Partitions Between Men & Women in the Mosque

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Question and Answer Details

Name of Questioner

Lisa   - United States

Title

Partitions Between Men & Women in the Mosque

Question

As-Salamu `aaykum. We have a big controversy going on in our Masjid. Some brothers want to build a wall in the prayer hall musalla to separate men from women. Is that required in Islam? What are the basic rules of Shari`ah on this matter?

Date

25/Jun/2006

Name of Counsellor

Muzammil Siddiqi

Topic

Places of Prayer (Mosques), Mixing

Answer

Wa `alaykum As-Salamu wa Rahmatullahi wa Barakatuh.

In the Name of Allah, Most Gracious, Most Merciful.

All praise and thanks are due to Allah, and peace and blessings be upon His Messenger.

Dear sister in Islam, thanks a lot for your question which reflects your care to have a clear view of the teachings of Islam. Allah commands Muslims to refer to people of knowledge to get themselves well-acquainted with the teachings of Islam as well as all aspects of life.

It is perfectly Islamic to hold meetings of men and women inside the Masjid, whether for prayers or for any other Islamic purpose, without separating them with a curtain, partition or wall.

If there is a concern that the lines of men and women will mix inside the Masajid, then there is no harm in putting a lower barrier, only to demarcate the separate area for women. But women should not be put in a totally separate room in the Masajid unless there is a shortage of space and no other proper arrangement can be done for them.

Giving a detailed answer to the question posed, Dr. Muzammil H. Siddiqi, president of the Fiqh Council ofNorth America, states:

Both men and women are allowed to pray in the Mosque in the same Jama`ah (congregational prayer). When men and women are together in the Masjid then we should have first men’s lines behind the Imam, then children and then women. This is the way Muslims used to pray behind the Prophet (peace and blessings be upon him). He did not make or ask his Companions to have a curtain or wall between the lines of men and women. (See Al-Sindi’s Commentary on Sunan An-Nasa’i, p. 798)

According to the Shari`ah, it is not required to have a partition, neither of temporary nor of permanent nature, between men and women in the Masjid.

It is perfectly Islamic to hold meetings of men and women inside the Masjid, whether for prayers or for any other Islamic purpose, without separating them with a curtain, partition or wall.

It is, however, very important that Muslim women come to public gatherings wearing proper Islamic dress, for it is Haram (forbidden) for a Muslim woman to attend a public gathering without a full Islamic dress. She must cover her hair and neck with a scarf, which should also go over her bosom. Her dress should be modest and loose enough in order not to reveal the shape of her body.

It stands to reason that partitions were introduced inside the Masajid later in Islamic history. This was done, perhaps, because some women began coming to Mosques without observing proper Islamic dress, or perhaps, some men wanted to discourage them from coming to Mosques. In the time of the Prophet (peace and blessings be upon him) there was no curtain or partition in his Masjid, although women used to come to the Masjid almost for every prayer and for many other gatherings. It is, however, reported that they used to come to the Masjid dressed up in long clothes. `A’ishah, the Mother of the Believers (may Allah be pleased with her) said that the believing women used to attend the Dawn prayer with the Prophet (peace and blessings be upon him). They used to come wrapped up in their long garments and then they used to return to their homes after the prayer, no one could recognize them because of the darkness. (Reported by Al-Bukhari)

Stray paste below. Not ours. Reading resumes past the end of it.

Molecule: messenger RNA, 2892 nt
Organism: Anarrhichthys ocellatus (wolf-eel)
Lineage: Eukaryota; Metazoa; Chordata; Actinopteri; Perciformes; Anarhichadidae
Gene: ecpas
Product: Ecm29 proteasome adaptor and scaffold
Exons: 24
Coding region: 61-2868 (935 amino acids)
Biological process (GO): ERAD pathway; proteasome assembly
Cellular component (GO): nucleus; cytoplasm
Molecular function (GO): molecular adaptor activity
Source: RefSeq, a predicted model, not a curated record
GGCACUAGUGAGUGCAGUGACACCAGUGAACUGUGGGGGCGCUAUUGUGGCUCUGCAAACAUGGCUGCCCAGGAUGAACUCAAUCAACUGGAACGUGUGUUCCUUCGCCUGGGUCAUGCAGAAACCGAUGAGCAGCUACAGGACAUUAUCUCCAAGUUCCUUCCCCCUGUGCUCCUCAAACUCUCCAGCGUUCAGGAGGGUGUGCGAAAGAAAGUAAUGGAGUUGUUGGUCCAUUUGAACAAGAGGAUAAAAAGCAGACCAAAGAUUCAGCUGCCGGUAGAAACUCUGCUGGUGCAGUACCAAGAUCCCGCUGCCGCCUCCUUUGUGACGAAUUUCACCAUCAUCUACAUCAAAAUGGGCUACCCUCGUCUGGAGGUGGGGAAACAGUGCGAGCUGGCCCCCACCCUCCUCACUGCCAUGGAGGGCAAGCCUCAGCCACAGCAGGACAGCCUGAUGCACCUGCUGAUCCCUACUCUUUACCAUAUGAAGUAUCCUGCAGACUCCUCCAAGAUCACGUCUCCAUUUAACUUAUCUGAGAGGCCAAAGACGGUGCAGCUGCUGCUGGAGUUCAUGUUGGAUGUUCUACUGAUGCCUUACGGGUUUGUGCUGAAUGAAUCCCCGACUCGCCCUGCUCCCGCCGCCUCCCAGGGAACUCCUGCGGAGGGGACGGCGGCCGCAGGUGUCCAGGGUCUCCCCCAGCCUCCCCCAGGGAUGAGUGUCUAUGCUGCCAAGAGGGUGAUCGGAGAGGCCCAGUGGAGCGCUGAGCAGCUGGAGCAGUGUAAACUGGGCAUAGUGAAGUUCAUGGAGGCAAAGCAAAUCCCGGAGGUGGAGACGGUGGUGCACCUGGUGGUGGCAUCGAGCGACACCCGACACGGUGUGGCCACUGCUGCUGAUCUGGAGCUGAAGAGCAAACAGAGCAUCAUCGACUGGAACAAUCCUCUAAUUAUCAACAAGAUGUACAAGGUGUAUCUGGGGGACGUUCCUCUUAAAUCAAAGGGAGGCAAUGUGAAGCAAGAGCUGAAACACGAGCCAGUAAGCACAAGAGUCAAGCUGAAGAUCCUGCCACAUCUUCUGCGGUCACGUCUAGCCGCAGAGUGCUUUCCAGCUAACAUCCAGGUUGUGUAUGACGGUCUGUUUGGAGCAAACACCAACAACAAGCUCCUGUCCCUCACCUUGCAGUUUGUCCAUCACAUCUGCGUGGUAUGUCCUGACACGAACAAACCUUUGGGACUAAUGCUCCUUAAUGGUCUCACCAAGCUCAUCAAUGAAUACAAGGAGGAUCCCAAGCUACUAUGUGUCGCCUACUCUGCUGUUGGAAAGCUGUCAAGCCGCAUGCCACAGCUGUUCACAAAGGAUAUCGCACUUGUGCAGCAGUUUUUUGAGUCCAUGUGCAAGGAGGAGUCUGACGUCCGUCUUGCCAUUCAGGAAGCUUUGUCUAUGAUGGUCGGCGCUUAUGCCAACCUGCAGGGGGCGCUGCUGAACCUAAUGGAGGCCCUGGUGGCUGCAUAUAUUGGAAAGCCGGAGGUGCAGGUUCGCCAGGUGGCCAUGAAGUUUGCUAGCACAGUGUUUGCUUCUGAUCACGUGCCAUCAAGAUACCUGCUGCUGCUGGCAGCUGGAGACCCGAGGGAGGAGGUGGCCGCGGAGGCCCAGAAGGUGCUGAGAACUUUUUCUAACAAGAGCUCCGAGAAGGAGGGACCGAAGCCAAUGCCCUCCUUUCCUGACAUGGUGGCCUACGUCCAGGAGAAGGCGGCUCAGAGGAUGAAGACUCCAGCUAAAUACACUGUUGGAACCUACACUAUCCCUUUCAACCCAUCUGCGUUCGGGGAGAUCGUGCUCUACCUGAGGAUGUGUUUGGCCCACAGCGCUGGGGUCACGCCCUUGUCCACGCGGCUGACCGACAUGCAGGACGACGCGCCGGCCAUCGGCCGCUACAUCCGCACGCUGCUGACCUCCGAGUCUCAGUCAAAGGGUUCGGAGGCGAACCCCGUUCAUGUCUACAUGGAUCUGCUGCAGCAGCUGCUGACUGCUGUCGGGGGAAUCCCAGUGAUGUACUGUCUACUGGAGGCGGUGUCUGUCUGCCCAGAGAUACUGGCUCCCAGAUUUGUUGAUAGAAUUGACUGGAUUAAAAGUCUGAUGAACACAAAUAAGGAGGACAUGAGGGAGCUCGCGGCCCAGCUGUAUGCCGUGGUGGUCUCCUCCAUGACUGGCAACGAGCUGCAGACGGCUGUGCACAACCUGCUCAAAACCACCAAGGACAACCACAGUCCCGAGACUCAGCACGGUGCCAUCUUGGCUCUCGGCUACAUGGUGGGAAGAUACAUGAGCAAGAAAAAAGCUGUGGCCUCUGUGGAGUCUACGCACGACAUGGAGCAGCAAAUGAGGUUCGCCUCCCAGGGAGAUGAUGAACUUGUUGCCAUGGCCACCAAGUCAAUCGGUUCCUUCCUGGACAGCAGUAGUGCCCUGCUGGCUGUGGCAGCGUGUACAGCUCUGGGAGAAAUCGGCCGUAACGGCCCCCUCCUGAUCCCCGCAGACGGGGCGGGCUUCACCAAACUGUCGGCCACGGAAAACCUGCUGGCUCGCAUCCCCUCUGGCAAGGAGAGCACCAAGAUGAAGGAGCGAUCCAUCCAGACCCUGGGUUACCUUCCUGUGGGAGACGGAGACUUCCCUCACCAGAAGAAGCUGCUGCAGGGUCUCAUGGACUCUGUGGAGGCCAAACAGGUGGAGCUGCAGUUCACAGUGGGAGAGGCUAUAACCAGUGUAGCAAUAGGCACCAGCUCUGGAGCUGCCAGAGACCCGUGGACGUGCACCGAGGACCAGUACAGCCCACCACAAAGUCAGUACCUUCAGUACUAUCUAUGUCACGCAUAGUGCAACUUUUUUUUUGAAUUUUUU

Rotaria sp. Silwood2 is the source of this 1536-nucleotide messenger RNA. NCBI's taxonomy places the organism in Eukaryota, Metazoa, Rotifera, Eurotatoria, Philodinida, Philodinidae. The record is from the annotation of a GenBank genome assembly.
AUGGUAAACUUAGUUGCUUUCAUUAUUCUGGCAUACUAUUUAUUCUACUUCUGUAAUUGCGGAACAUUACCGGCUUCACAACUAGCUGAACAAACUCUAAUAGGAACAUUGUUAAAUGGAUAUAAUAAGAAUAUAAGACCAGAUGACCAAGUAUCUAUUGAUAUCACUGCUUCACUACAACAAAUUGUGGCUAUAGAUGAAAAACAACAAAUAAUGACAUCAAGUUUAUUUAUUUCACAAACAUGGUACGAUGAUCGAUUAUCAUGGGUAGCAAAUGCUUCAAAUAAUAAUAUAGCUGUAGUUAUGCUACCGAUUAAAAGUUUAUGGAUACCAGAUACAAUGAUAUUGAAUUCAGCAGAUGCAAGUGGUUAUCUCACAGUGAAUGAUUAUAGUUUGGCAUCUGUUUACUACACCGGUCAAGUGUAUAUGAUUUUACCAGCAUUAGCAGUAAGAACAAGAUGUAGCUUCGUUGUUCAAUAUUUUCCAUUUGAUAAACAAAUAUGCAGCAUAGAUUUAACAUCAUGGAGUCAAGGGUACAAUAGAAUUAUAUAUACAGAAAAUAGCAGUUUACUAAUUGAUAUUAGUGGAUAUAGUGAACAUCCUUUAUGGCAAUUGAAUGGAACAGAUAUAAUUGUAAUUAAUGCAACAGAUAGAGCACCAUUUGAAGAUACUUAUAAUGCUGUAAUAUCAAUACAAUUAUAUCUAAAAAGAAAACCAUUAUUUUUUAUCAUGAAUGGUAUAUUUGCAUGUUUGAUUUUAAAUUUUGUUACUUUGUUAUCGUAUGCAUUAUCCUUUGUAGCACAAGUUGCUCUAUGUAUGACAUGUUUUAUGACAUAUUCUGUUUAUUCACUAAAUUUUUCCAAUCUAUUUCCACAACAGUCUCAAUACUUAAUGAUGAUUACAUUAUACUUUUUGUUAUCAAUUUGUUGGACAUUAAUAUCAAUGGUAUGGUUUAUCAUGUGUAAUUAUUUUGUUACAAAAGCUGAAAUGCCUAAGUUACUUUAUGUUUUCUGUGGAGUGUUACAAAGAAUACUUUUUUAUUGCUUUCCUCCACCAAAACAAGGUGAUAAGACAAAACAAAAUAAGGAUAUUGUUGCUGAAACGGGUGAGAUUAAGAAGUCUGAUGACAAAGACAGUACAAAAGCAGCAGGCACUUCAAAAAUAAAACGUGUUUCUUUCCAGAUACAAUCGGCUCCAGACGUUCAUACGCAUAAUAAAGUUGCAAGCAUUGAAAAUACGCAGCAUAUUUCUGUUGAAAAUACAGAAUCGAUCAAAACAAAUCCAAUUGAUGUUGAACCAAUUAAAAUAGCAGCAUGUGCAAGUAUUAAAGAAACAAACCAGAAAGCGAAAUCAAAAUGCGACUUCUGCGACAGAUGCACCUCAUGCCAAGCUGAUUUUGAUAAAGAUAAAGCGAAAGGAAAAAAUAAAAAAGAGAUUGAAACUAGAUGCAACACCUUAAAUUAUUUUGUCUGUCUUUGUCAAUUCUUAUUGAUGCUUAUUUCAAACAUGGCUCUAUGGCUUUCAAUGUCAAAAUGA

Jama`ah means a congregation of people who are praying behind one Imam in continuous lines without any barrier or interruption. As for people who pray behind the Imam, they should either see the Imam or see those who are in front of them. There is no Jama`ah when a person is in one room and his/her Imam in another room, the lines are not continuous and the people behind the Imam are also not visible, otherwise people would not have to come to the Masjid for Jama`ah prayer. They would stay home and pray listening to the loudspeakers from their Masjid or through intercoms. They could nowadays even pray Jama`ah prayer in this way in their own homes listening to the prayer broadcasts coming from Makkah and Madinah on their radios, television sets or through the Internet. But no jurists have ever allowed a Jama`ah prayer in this way.

The definition of Jama`ah that I gave above is a general one and it is applicable to both men and women. Only in the case of necessity this rule can be relaxed. For example, if the Masjid was too small and people had to pray on different levels or in different rooms to accommodate every person then this would be permissible because of necessity. Muslims should not deliberately and for no reason bifurcate their congregation in their Masajid.

If there is a concern that the lines of men and women will mix inside the Masajid, then there is no harm in putting a lower barrier, only to demarcate the separate area for women. But women should not be put in a totally separate room in the Masajid unless there is a shortage of space and no other proper arrangement can be done for them.

The above quotation is excerpted, with slight modifications, from www.islamfortoday.com

Still, if you have any further questions, please don’t hesitate to write back.

May Allah guide you to the straight path, and guide you to that which pleases Him, Amen.








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